Note: Where available, the PDF/Word icon below is provided to view the complete and fully formatted document
 Download Current HansardDownload Current Hansard    View Or Save XMLView/Save XML

Previous Fragment    Next Fragment
Thursday, 24 June 2004
Page: 31791


Mr Murphy asked the Minister for Education, Science and Training, upon notice, on 1 April 2004:

(1) Is he aware than many Australian Industries are now facing serious skill shortages, especially in the traditional trades; if not, why not.

(2) Is he aware that (a) Commonwealth Australian National Training Authority funding between 1997 and 2001 decreased by 16.3 per cent per curriculum hour while TAFE enrolments grew by 16.3 per cent and (b) approximately 50,000 people will miss out on TAFE places this year: if not, why not.

(3) Can he explain how the Government's policies for vocational education and training will address the serious skills shortages in trades?


Dr Nelson (Minister for Education, Science and Training) —The answer to the honourable member's question is as follows:

(1) The Australian Government is very aware that a number of industries, particularly the traditional trades, are experiencing critical skill shortages.

Skills shortages are caused by a variety of factors including a strong economy, high levels of employment, high levels of infrastructure investment and the emergence of new industries as well as lack of interest in trades among school leavers and the ageing of the workforce.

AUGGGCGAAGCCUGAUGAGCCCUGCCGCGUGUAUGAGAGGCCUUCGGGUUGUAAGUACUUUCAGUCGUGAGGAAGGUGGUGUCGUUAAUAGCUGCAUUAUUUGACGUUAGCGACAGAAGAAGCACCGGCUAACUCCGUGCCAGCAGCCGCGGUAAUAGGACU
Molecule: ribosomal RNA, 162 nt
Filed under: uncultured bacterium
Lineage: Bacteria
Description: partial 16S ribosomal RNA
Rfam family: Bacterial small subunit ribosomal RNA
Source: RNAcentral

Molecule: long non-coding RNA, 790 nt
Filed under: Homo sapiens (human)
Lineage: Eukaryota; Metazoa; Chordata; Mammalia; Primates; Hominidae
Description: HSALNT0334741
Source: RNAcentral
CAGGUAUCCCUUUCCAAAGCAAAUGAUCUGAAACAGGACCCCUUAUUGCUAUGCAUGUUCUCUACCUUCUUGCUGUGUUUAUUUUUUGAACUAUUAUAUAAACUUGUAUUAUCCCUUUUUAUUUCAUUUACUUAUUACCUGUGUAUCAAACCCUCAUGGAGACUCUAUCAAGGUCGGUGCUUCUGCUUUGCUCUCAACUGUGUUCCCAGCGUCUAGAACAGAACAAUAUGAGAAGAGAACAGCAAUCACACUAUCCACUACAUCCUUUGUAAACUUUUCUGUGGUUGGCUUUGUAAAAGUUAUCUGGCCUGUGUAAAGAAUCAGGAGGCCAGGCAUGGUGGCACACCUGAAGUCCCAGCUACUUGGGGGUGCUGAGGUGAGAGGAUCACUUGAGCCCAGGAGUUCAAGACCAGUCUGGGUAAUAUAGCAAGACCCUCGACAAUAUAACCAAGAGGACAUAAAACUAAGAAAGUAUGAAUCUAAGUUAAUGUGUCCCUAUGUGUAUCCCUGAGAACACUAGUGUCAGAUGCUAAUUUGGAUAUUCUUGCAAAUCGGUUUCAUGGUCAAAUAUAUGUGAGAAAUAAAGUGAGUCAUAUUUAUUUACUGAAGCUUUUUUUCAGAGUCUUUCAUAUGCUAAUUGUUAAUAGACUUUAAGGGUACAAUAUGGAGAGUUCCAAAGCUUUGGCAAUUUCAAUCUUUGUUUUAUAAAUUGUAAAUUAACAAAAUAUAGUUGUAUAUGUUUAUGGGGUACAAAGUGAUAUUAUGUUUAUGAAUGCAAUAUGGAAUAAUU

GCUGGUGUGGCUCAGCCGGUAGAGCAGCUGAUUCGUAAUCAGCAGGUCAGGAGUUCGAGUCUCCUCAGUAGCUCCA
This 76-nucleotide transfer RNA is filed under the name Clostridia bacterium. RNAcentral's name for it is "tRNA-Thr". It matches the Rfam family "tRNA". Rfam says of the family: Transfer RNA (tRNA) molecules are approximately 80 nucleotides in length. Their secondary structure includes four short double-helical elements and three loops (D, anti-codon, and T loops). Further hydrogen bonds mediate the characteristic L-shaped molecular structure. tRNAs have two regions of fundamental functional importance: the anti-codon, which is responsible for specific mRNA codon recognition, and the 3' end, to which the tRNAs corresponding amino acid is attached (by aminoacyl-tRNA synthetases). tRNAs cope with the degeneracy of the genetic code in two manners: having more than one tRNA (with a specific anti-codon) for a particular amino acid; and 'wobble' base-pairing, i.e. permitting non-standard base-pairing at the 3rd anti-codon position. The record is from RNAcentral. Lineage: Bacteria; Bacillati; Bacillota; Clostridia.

The Australian Government has recognised that any approach to addressing skills shortages, needs to confront the issues on a variety of fronts. On Tuesday 6 April 2004 I launched the Australian Government's National Skills Shortages Strategy (NSSS) - a new, comprehensive approach to tackling skills shortages, particularly in the traditional trades.

The NSSS will build on the work we have undertaken in partnership with eleven industries through the National Industry Skills Initiative, as well as complementing other relevant programmes addressing skills needs, including the special incentive for traditional trades, support for changing attitudes to traditional trades and support for group training. Attached are fact sheets detailing the Strategy's nine tiered approach to addressing skill shortages.

Skill shortages also featured highly in the proposed ANTA Agreement for 2004-06, with targets being set to improve the number of New Apprenticeships in skill shortage areas. States and Territories unfortunately rejected the Australian Government's offer for the proposed Agreement.